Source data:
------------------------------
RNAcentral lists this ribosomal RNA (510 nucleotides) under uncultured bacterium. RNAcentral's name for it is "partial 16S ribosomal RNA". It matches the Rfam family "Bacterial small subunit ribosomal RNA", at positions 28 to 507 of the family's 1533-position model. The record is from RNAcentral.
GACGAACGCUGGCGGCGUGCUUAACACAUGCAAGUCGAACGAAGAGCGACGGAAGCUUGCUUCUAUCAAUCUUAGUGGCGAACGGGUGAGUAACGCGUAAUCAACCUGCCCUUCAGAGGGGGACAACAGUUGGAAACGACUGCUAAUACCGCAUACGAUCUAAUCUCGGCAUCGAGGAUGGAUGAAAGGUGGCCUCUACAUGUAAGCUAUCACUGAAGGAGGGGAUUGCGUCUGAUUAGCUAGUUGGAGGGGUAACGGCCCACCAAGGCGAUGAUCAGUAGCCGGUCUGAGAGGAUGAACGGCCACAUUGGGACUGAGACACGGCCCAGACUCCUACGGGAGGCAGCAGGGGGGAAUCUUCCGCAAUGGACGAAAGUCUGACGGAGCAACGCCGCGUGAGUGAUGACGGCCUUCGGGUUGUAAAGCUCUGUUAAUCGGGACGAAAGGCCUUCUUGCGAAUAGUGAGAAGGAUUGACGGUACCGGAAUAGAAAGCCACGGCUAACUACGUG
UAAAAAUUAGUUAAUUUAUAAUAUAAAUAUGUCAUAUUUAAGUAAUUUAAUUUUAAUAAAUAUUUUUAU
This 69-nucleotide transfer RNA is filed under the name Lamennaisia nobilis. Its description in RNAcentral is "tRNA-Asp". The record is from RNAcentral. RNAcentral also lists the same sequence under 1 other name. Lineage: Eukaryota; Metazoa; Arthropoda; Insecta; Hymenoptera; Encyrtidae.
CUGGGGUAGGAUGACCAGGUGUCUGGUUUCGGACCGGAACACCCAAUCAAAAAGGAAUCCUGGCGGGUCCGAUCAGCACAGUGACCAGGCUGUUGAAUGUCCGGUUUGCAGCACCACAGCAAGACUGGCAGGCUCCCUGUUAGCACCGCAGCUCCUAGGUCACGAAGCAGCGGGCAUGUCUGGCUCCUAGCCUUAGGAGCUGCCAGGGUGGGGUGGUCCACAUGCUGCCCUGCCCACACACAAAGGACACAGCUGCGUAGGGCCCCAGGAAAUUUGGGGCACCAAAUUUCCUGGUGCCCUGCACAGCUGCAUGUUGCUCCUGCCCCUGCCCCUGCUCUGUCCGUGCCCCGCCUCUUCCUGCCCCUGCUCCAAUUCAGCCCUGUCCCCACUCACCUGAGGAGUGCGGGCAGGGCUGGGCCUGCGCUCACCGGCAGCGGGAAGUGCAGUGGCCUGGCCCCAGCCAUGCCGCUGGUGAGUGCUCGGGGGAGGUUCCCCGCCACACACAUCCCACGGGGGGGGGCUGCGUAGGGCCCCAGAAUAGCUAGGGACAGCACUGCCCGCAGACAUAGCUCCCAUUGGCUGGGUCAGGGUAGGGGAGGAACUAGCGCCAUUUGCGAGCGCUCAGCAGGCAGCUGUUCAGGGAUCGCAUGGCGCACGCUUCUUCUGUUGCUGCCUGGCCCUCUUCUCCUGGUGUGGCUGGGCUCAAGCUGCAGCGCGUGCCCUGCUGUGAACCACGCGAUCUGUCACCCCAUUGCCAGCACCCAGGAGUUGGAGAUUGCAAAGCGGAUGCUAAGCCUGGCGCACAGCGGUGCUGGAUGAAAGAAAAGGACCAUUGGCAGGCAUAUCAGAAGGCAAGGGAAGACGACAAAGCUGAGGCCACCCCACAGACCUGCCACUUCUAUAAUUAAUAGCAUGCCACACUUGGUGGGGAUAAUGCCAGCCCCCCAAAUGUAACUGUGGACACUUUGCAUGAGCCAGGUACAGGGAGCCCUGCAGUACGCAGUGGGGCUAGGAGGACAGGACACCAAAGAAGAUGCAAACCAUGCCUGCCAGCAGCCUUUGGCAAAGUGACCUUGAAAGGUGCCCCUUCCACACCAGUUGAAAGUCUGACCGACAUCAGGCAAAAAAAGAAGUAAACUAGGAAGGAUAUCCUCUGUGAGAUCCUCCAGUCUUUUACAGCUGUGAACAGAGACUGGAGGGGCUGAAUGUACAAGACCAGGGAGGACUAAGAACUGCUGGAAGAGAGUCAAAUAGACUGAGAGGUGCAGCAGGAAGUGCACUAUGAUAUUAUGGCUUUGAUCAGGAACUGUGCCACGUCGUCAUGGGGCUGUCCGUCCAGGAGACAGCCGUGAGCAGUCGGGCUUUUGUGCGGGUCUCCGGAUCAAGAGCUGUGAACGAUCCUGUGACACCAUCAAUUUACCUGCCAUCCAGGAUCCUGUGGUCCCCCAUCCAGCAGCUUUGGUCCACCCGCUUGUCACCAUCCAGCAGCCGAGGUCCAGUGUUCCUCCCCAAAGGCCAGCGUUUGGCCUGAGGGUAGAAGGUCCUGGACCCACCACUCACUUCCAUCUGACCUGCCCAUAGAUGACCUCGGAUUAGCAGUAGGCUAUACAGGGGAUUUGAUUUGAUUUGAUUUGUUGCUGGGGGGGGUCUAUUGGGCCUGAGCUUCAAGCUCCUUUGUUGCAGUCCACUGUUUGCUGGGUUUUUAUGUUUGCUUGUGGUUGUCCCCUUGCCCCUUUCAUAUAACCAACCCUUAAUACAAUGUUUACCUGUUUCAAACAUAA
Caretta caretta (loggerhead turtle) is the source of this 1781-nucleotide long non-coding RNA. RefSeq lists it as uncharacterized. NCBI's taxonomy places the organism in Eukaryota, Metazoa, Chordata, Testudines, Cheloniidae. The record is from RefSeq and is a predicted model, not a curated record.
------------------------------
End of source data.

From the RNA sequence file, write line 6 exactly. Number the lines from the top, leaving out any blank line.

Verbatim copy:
Caretta caretta (loggerhead turtle) is the source of this 1781-nucleotide long non-coding RNA. RefSeq lists it as uncharacterized. NCBI's taxonomy places the organism in Eukaryota, Metazoa, Chordata, Testudines, Cheloniidae. The record is from RefSeq and is a predicted model, not a curated record.